from start to furnish (2).png

From Start To Furnish

Please enjoy my musings on all things interior design!

How To Select Paint Colors

You know what I get asked more often than any other question? "Jill, I need to refresh my house, but I'm not sure what to choose - how do I pick paint colors?"

Well, isn't this quite the struggle for so many people? I can't think how many times I've been called just to help someone out of the mire that they find themselves in among lots of little paint swatches on the wall.  I get there and their walls look like Joseph's Technicolor Dreamcoat (little Donny Osmond reference there) with dabs of paint all over the walls. 

Folks, it doesn't have to be that painful.  Let me walk you through it.  Here's my secret recipe for how to select paint colors.

Step 1

Identify your projected ambiance of the space, whether it be one room or a whole house.  Are you looking for relaxation or drama?

Consider, if you will, Exhibit A.  My edits to a typical "fan deck" that you would see at any paint store.  I cut a wedge out of it.  Above the wedge are what are considered warm colors; reds, oranges, and yellows.  The wedge represents cool colors; purples, blues, and greens.  Warm colors are known to invoke excitement and appetite and are more flattering to skin tones.  Cool colors are more relaxing.  I generally prefer cool colors in bedrooms and warmer colors in bathrooms.  

Have I lost you yet?  Stick with me.  So consider what the mood of the room is and that will whittle down your paint color possibilities.  

Step 2

What is the inspiration for the color and mood of this room?  Don't just go willy-nilly random on me now.  Is there a piece of art, a rug or an upholstery fabric that will be the focal point of the room.  Choose a color from your inspiration.

Consider Exhibit 2.  The inspiration for this dramatic red powder room was the stained glass window.  I drew the plans for this lovely couple and this custom stained glass window had been a gift years before.  The location of where it would be in the house was a critical decision.  We decided to put it in the powder room and honor it with the red wall color (also the family loves red).  And the extra added benefit is that the framed turquoise jewelry just happened to pop against the red wall.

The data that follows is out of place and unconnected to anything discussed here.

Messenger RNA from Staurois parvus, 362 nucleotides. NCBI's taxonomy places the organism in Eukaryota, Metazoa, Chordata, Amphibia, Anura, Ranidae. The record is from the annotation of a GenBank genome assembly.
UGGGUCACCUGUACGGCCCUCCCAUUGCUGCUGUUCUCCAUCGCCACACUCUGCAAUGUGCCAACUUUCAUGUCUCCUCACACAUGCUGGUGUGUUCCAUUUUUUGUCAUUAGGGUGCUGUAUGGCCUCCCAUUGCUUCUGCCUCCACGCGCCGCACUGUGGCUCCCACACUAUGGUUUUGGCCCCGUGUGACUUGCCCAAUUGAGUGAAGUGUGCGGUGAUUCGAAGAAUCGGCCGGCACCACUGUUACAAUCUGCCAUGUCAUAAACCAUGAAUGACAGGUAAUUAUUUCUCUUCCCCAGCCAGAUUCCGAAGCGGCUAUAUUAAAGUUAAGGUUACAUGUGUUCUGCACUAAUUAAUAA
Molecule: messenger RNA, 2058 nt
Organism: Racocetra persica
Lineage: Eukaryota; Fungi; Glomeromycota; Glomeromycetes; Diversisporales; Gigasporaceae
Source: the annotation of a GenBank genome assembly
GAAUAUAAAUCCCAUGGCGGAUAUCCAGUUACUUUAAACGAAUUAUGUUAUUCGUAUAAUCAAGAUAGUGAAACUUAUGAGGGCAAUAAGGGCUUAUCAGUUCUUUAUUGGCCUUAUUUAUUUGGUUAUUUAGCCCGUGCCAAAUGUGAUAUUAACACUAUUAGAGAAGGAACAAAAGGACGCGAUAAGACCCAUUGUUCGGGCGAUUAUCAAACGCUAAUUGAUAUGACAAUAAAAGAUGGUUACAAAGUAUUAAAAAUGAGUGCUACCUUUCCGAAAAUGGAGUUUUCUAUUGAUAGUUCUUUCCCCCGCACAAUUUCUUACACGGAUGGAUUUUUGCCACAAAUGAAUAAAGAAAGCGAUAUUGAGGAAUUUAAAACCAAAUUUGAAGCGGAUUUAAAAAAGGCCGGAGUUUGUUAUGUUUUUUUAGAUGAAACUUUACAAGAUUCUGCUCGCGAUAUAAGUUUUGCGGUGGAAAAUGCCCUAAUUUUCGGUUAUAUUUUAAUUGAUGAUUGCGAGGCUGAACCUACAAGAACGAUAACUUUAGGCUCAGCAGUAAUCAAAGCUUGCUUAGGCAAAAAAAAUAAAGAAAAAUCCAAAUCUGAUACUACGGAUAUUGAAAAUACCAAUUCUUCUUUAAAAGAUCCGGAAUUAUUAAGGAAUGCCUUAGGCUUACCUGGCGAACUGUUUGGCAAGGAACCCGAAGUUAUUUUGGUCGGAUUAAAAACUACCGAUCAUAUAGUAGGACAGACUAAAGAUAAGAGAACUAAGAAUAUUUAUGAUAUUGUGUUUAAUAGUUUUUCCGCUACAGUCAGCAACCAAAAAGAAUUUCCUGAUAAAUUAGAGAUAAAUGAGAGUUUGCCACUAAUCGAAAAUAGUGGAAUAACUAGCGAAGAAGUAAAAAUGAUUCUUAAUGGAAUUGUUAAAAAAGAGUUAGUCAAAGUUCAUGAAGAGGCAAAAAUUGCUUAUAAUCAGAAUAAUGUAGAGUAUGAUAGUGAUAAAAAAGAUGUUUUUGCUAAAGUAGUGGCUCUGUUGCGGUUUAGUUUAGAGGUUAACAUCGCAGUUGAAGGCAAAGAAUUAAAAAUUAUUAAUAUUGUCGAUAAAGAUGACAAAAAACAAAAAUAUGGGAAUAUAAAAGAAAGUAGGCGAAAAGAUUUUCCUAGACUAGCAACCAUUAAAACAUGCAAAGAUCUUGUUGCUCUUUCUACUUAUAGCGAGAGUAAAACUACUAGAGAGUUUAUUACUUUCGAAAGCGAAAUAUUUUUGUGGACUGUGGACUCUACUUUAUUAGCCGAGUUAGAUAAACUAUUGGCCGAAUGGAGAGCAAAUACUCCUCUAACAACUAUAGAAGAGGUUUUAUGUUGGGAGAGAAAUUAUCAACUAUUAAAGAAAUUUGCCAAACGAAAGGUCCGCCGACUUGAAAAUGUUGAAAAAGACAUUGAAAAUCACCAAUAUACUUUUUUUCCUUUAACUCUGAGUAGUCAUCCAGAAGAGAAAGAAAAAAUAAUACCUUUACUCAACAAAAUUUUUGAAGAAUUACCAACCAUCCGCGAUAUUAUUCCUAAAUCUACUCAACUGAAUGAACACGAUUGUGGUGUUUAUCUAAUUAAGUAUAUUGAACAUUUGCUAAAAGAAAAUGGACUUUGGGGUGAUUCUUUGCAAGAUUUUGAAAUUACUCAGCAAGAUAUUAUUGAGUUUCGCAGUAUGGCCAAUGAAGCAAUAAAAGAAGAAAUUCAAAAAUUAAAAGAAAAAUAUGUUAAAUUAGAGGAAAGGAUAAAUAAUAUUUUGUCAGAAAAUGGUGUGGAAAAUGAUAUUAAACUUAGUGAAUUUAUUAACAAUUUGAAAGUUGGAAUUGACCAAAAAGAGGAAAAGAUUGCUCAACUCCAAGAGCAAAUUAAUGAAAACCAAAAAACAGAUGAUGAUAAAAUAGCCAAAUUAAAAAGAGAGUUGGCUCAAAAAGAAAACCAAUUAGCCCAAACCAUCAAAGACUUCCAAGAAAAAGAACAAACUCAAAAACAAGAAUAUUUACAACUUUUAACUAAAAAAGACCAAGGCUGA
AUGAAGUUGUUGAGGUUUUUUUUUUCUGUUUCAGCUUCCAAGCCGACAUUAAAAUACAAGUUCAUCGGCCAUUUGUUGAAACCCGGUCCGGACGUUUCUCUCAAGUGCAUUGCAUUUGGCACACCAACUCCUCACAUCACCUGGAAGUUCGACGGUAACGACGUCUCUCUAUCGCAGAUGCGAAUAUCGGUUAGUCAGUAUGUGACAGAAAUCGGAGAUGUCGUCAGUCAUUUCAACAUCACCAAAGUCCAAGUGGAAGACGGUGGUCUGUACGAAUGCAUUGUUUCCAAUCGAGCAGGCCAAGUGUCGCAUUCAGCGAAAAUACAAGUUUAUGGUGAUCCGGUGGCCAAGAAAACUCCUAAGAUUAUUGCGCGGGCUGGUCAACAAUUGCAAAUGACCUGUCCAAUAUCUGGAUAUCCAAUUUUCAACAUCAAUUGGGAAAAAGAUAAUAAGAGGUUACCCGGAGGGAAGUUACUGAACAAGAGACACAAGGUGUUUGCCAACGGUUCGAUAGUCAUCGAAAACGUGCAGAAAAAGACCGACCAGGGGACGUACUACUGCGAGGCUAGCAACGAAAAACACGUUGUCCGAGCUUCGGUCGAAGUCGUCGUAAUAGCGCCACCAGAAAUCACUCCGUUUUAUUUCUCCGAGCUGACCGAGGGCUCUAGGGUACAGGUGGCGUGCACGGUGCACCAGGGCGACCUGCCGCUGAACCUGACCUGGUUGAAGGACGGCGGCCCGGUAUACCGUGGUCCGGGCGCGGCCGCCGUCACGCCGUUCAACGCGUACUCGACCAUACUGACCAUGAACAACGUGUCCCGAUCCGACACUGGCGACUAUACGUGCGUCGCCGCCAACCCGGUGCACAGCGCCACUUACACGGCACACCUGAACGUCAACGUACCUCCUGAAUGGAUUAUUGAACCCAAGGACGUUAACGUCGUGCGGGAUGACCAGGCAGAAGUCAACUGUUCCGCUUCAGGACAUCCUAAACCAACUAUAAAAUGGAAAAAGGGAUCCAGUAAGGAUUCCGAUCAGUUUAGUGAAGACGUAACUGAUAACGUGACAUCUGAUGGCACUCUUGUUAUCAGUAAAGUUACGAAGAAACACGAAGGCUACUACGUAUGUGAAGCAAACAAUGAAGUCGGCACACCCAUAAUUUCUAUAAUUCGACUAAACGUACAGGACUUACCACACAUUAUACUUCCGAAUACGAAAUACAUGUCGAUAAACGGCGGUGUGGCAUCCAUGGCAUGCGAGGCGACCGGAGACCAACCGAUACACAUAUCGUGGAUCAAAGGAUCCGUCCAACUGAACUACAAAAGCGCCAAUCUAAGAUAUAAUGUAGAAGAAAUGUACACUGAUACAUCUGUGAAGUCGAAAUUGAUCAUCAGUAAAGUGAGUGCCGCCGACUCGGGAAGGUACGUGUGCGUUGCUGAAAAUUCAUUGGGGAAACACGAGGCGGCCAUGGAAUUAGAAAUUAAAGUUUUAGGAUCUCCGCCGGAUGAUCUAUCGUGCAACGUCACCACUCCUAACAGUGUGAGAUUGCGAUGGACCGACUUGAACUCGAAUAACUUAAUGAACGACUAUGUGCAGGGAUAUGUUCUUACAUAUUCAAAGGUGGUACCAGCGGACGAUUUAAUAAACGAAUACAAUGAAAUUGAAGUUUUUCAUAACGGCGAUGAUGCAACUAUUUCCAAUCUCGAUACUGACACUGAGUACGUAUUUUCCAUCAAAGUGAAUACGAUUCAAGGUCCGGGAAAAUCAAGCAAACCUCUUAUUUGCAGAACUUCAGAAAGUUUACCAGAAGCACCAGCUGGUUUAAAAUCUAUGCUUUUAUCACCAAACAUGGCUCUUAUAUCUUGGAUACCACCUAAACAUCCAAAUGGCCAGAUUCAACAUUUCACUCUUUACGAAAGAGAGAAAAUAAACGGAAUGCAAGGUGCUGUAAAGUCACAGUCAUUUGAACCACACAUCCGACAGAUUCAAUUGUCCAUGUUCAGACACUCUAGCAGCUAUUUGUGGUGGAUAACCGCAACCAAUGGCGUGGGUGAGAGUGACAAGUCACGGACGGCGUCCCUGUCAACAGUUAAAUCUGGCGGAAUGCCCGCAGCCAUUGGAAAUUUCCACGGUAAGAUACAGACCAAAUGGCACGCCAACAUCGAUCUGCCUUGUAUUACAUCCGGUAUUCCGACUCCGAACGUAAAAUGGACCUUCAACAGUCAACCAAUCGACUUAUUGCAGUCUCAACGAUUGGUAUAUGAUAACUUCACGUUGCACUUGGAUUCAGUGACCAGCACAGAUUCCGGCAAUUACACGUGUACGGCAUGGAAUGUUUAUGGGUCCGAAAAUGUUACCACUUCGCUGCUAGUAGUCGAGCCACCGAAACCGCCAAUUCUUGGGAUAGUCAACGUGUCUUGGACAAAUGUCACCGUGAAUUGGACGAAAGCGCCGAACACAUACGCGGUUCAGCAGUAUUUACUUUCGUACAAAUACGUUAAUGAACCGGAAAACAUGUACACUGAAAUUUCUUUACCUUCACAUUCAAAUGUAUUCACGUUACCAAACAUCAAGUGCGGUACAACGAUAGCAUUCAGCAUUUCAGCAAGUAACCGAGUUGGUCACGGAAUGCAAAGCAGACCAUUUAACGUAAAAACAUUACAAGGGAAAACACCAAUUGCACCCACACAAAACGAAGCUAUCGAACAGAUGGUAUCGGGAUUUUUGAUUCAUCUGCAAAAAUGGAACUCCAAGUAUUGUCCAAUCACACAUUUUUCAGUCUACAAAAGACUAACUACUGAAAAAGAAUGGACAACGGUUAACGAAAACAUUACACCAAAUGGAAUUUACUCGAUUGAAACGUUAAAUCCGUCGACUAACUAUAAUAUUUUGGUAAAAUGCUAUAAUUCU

Step 3

So you've selected the perfect color that matches a color in your inspiration but when you look at the color alone maybe it's not quite what you can imagine a whole room.  Adjust it a little.  In the picture above, a powder room provides the perfect place for the drama of this color.  But maybe you wouldn't want that much red in another room, say, a bedroom.  Are you kidding?  I'd never go to sleep!

Adjust it.  Make it a few shades lighter.  Always remember, a color on your walls will most often appear much darker than the little paint swatch.  Go a little towards the cooler end of the spectrum from the perfect match.  I'm loving more and more colors that are not a perfect dead on match.  It's a kind of Wabi-sabi, the art of imperfection.  (Go back to read about it in last week's blog post.)  

This butter yellow bedroom was inspired by the photograph of the Aspen trees above the bed.  And the client's daughter wanted a yellow bedroom.  But wait!  Yellow is a warm color.  Cool colors are more relaxing.  I matched the yellow, then cooled it and lightened it so that it was a much more soothing color.  Get how that works?

Step 4

Be confident with your decision and go for it.  Buy the paint and make it happen.  Don't second guess and please don't go back to painting 100 swatches on the walls.  You've done the work to select the perfect color, just do it.  You'll love it!

Extra Help

There are those cases where there is no inspirational art or rug or anything, you just need a good overall color...a basic neutral to make the house flow.  In this case, I'd look for inspiration online on  HOUZZ or Pinterest.  But beware!  You can lose a lot of time here.  Don't overthink it.  If you see a nice neutral, look at it on a paint chart and decide if you need to edit a bit (adjust the temperature or intensity) and go with it.

Try it out.  Test out this method and let me know how it works.  Pin this post for later when you need to select a paint color!

Jill OrnelasAmbiance